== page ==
Enamel hypoplasia of the primary dentition in a 4-year-old with intestinal lymphangiectasia

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Intestinal lymphangiectasia (IL) is a rare disorder, and its incidence and prevalence is unknown for either Australia or world-wide. It is characterized by diarrhoea, mild steatorrhoea, oedema, enteric loss of protein (protein-losing enteropathy) and abnormal dilated lymphatic channels in the small intestine. Whilst oedema and diarrhoea are the predominant clinical features, other observed features include hypoalbuminemia, hypogammaglobulinemia, trace metal deficiency, hypocalcemia and chylous pleural effusions. While medical presentation of the condition has been reported widely, few descriptions of oral findings have been published. A search of Medline found two reports of dental findings in the permanent dentition in patients with IL. To date, there have been no reports on dental findings in the primary dentition. The primary dentition of a 4-year-old boy with IL had teeth with enamel defects which reflected the timing of enamel development and the period in which the disease was active. The present report highlights the need for early involvement of the dental team in the dental management of children with IL.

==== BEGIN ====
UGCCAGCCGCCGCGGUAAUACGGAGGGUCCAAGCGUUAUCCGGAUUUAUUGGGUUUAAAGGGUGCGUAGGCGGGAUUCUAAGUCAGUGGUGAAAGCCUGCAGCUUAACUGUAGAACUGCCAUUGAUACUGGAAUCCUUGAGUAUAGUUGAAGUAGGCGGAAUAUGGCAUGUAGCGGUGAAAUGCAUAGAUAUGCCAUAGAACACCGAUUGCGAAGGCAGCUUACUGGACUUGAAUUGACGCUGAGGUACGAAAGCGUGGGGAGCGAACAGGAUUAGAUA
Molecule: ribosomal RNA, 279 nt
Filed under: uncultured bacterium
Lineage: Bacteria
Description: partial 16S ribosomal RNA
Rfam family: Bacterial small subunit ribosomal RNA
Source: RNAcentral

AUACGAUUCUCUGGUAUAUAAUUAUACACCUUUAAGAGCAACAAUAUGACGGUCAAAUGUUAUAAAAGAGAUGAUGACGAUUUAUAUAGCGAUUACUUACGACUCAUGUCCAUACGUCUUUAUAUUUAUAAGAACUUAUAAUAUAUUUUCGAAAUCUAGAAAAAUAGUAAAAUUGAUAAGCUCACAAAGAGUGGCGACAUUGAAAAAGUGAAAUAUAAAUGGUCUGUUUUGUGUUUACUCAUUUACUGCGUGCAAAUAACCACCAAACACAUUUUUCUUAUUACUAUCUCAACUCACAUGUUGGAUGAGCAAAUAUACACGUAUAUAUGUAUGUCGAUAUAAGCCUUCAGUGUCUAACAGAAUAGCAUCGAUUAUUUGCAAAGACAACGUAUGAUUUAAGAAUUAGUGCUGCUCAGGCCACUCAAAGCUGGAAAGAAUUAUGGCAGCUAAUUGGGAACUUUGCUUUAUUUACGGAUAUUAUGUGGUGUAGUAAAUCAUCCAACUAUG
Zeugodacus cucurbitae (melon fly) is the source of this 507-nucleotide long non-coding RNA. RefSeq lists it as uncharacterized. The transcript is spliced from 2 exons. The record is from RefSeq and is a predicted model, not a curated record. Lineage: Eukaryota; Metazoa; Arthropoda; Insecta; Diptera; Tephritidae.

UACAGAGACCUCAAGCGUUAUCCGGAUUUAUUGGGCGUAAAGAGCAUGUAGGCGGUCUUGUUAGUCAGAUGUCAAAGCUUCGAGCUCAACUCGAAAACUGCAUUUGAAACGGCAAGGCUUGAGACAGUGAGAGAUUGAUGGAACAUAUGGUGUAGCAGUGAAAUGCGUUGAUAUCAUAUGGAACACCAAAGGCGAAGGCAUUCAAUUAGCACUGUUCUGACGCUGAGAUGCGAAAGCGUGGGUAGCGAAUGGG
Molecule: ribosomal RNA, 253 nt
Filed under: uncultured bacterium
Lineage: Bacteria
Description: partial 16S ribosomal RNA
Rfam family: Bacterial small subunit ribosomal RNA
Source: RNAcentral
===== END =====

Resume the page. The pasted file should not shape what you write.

Original languageEnglish
Pages (from-to)380-384
Number of pages5
JournalInternational Journal of Paediatric Dentistry
Issue number5
Publication statusPublished - Sept 2005
Externally publishedYes


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